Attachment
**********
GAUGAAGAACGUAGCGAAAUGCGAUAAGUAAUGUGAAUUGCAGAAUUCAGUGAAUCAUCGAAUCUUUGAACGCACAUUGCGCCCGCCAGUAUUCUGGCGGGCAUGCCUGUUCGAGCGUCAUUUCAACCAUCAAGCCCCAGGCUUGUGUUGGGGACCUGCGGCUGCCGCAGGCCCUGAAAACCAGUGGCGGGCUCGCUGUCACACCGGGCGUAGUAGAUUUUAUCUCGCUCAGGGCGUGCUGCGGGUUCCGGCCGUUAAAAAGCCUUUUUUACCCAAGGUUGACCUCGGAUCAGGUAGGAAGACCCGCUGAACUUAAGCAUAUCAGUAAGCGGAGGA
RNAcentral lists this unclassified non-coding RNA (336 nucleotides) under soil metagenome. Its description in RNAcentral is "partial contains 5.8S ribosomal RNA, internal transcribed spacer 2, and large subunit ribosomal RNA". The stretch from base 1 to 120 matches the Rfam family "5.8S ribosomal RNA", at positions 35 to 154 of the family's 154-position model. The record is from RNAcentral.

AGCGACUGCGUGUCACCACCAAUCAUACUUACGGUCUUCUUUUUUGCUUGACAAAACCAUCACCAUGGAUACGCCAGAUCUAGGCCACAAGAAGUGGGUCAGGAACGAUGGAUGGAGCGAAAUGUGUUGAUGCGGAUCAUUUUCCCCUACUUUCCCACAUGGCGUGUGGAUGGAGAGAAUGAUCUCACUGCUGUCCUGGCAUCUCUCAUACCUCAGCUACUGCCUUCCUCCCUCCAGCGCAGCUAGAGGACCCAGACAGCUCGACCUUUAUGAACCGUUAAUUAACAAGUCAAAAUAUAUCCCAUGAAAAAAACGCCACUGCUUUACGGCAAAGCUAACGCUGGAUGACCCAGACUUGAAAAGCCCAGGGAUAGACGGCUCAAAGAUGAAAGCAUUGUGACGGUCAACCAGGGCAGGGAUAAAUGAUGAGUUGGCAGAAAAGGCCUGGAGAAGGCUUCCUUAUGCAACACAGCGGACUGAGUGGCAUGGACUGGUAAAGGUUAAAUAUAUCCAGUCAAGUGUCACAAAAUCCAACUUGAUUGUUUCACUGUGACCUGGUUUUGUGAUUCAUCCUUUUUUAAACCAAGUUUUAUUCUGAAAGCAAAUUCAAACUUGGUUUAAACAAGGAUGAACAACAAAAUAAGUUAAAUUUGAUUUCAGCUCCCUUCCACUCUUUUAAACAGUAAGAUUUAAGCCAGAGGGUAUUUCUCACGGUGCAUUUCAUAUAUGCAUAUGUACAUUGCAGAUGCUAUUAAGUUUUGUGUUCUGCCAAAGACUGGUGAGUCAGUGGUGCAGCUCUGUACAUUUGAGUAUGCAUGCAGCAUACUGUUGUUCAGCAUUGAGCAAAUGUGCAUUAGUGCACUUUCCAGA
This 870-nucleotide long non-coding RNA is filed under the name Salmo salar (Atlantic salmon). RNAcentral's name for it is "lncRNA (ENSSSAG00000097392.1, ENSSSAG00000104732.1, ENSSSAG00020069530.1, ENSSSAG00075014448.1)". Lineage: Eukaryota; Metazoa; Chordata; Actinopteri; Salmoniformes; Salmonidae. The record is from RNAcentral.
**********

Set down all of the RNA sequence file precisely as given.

GAUGAAGAACGUAGCGAAAUGCGAUAAGUAAUGUGAAUUGCAGAAUUCAGUGAAUCAUCGAAUCUUUGAACGCACAUUGCGCCCGCCAGUAUUCUGGCGGGCAUGCCUGUUCGAGCGUCAUUUCAACCAUCAAGCCCCAGGCUUGUGUUGGGGACCUGCGGCUGCCGCAGGCCCUGAAAACCAGUGGCGGGCUCGCUGUCACACCGGGCGUAGUAGAUUUUAUCUCGCUCAGGGCGUGCUGCGGGUUCCGGCCGUUAAAAAGCCUUUUUUACCCAAGGUUGACCUCGGAUCAGGUAGGAAGACCCGCUGAACUUAAGCAUAUCAGUAAGCGGAGGA
RNAcentral lists this unclassified non-coding RNA (336 nucleotides) under soil metagenome. Its description in RNAcentral is "partial contains 5.8S ribosomal RNA, internal transcribed spacer 2, and large subunit ribosomal RNA". The stretch from base 1 to 120 matches the Rfam family "5.8S ribosomal RNA", at positions 35 to 154 of the family's 154-position model. The record is from RNAcentral.

AGCGACUGCGUGUCACCACCAAUCAUACUUACGGUCUUCUUUUUUGCUUGACAAAACCAUCACCAUGGAUACGCCAGAUCUAGGCCACAAGAAGUGGGUCAGGAACGAUGGAUGGAGCGAAAUGUGUUGAUGCGGAUCAUUUUCCCCUACUUUCCCACAUGGCGUGUGGAUGGAGAGAAUGAUCUCACUGCUGUCCUGGCAUCUCUCAUACCUCAGCUACUGCCUUCCUCCCUCCAGCGCAGCUAGAGGACCCAGACAGCUCGACCUUUAUGAACCGUUAAUUAACAAGUCAAAAUAUAUCCCAUGAAAAAAACGCCACUGCUUUACGGCAAAGCUAACGCUGGAUGACCCAGACUUGAAAAGCCCAGGGAUAGACGGCUCAAAGAUGAAAGCAUUGUGACGGUCAACCAGGGCAGGGAUAAAUGAUGAGUUGGCAGAAAAGGCCUGGAGAAGGCUUCCUUAUGCAACACAGCGGACUGAGUGGCAUGGACUGGUAAAGGUUAAAUAUAUCCAGUCAAGUGUCACAAAAUCCAACUUGAUUGUUUCACUGUGACCUGGUUUUGUGAUUCAUCCUUUUUUAAACCAAGUUUUAUUCUGAAAGCAAAUUCAAACUUGGUUUAAACAAGGAUGAACAACAAAAUAAGUUAAAUUUGAUUUCAGCUCCCUUCCACUCUUUUAAACAGUAAGAUUUAAGCCAGAGGGUAUUUCUCACGGUGCAUUUCAUAUAUGCAUAUGUACAUUGCAGAUGCUAUUAAGUUUUGUGUUCUGCCAAAGACUGGUGAGUCAGUGGUGCAGCUCUGUACAUUUGAGUAUGCAUGCAGCAUACUGUUGUUCAGCAUUGAGCAAAUGUGCAUUAGUGCACUUUCCAGA
This 870-nucleotide long non-coding RNA is filed under the name Salmo salar (Atlantic salmon). RNAcentral's name for it is "lncRNA (ENSSSAG00000097392.1, ENSSSAG00000104732.1, ENSSSAG00020069530.1, ENSSSAG00075014448.1)". Lineage: Eukaryota; Metazoa; Chordata; Actinopteri; Salmoniformes; Salmonidae. The record is from RNAcentral.